What can a "holiday" have meant to David Moyes? A moratorium on answering questions, for starters. There is no vacation for the incoming manager of Manchester United that could possibly have matched the luxury of six weeks unofficial occupation afforded by the terms of his release from Everton. The idea that he has been writing postcards by a pool in Fuerteventura or following the Inca Trail while waiting to fill boots that rank among the biggest in the history of the game is as amusing as the idea of Cristiano Ronaldo returning to Manchester.
During his period of radio silence Moyes has observed the proposed exit of Wayne Rooney, the imminent acquisition of Thiago Alcantara and the tease of Ronaldo moving back to Alderley Edge. While all three are important players, and there is little to rival the exquisite tittle-tattle of transfer speculation for fans in summer, United's most significant signing is Moyes.
The job at Old Trafford is onerous enough. Assuming the manager's role after the 26-year reign of Sir Alex Ferguson adds a freakish dimension, the like of which no manager has ever faced. It is safe to assume that Dario Gradi's first team-sheet at Crewe will not fetch £20,000 at auction no matter the 24 years in gestation. Fergie's masterpiece from the fixture at Oxford that grim November day featured the lumbering centre-back Graeme Hogg, who must be the first United player with a value less than the paper he was written on.
Football was another country when Ferguson journeyed south from Aberdeen in 1986. United were a grand institution but with no greater means than other "big" clubs to shape their destiny. Fergie ran the club from top to bottom, his control absolute. Ask him now and he still won't know what a director of football is or does. Ferguson enforced old school habits, informed by mores that had governed the game for a century. He was the last of the empire managers, his reign coinciding with the massive commercial expansion detonated by the emergence of something called television rights.
While the landscape changed, Fergie stayed resolutely a 20th century football man. He could afford to resist the commercialisation going on elsewhere at United because once he started winning, the titles kept rolling in. The board indulged his methods because he was successful. Moyes will not have that luxury. If United go down 3-0 at Fulham with two midfielders in central defence he will be expected to answer for his selections.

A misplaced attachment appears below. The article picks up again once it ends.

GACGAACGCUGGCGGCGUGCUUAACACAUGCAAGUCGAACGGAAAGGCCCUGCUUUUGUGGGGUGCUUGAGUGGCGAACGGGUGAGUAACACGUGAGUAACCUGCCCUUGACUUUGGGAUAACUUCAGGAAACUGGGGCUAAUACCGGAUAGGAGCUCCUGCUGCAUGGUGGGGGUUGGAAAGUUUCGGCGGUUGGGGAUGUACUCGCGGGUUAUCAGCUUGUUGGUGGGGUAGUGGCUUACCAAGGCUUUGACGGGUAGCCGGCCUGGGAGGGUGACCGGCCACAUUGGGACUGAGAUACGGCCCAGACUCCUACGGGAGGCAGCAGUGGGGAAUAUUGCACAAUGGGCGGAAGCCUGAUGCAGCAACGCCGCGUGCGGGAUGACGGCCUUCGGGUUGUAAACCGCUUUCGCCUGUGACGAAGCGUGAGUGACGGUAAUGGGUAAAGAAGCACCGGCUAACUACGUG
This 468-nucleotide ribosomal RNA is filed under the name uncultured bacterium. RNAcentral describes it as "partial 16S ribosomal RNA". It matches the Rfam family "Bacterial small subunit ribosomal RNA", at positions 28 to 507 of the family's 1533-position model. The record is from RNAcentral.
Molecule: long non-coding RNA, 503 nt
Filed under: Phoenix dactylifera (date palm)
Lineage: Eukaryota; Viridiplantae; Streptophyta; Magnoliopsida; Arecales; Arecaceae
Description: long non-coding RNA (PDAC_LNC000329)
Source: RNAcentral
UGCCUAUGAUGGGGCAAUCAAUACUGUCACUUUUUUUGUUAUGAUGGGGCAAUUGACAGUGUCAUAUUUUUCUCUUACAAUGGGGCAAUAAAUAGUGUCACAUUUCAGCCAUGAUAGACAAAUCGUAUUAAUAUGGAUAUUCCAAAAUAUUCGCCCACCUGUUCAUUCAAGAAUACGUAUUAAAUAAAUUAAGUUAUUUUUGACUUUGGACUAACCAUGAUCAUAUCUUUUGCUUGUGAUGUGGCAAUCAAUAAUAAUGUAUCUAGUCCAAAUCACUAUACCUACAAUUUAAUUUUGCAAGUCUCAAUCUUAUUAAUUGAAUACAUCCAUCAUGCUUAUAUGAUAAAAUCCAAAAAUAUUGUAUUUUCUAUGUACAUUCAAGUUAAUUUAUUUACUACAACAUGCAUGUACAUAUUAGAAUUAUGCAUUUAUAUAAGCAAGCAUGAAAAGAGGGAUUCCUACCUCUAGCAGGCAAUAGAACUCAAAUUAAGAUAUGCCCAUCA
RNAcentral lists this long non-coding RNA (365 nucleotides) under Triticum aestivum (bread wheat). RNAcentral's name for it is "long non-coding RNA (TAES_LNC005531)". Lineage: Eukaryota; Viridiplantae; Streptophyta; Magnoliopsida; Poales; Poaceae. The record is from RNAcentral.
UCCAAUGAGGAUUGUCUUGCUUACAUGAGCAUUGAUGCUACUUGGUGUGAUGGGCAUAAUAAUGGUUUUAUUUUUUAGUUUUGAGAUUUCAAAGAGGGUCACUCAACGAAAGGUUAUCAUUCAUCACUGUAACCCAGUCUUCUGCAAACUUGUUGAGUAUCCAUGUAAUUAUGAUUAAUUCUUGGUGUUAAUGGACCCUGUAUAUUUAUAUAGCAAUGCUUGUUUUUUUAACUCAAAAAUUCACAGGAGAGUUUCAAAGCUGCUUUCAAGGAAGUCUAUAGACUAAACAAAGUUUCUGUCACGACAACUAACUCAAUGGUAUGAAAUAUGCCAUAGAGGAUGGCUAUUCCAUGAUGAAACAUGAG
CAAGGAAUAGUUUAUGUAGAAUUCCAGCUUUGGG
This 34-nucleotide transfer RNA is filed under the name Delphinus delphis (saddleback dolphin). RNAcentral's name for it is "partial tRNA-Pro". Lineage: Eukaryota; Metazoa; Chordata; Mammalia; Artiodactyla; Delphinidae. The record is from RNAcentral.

Beyond his obligations to broadcasters at televised matches, Ferguson would not be seen dead speaking to the media after games. Fired by some old personal grudge he told the BBC where to get off, ignored Premier League directives to share his views and, like the grand old dame he was, went about his business with two fingers raised in the direction of Fleet Street. That was power.
After a decade of efficient husbandry at an institution that once rivalled United's for status and prestige, Moyes has arrived at the ultimate career juncture. This the big one. But he will not be afforded the licence extended to Ferguson to run the club as he wishes, nor the same tolerance if results go against him. The power is elsewhere.
The first requirement is for Moyes to be himself; the last is to please Ferguson. He cannot succeed if he is constantly appealing to the Fergie hovering over his shoulder. He has been appointed because of the qualities he demonstrated at Everton. His job is to apply those same attributes to his new environment and utterly erase Ferguson from his thinking. We shall see soon enough if he has what it takes.
For all he achieved at Everton, only late in the piece did he come close to establishing an aesthetic of wider appeal. Everton were always dogged but only latterly properly attached to a passing template. Moyes argued that he didn't have the players to develop a more expansive style. There is no need to delve into that old debate. He simply has to at United. Besides, Steven Pienaar, Leon Osman, Leighton Baines, Kevin Mirales and Marouane Fellaini spoke eloquently enough for him in the end.
Moyes has another week's grace before his official unveiling. The players return to training on Wednesday week before embarking on a mad itinerary of global marketing that includes time zone marathons in Thailand and Japan. The fixture list has not been kind, either, with the computer coughing up Chelsea for his first engagement at Old Trafford followed by successive away days at Anfield and the Etihad. At least he can get a cab home from there.
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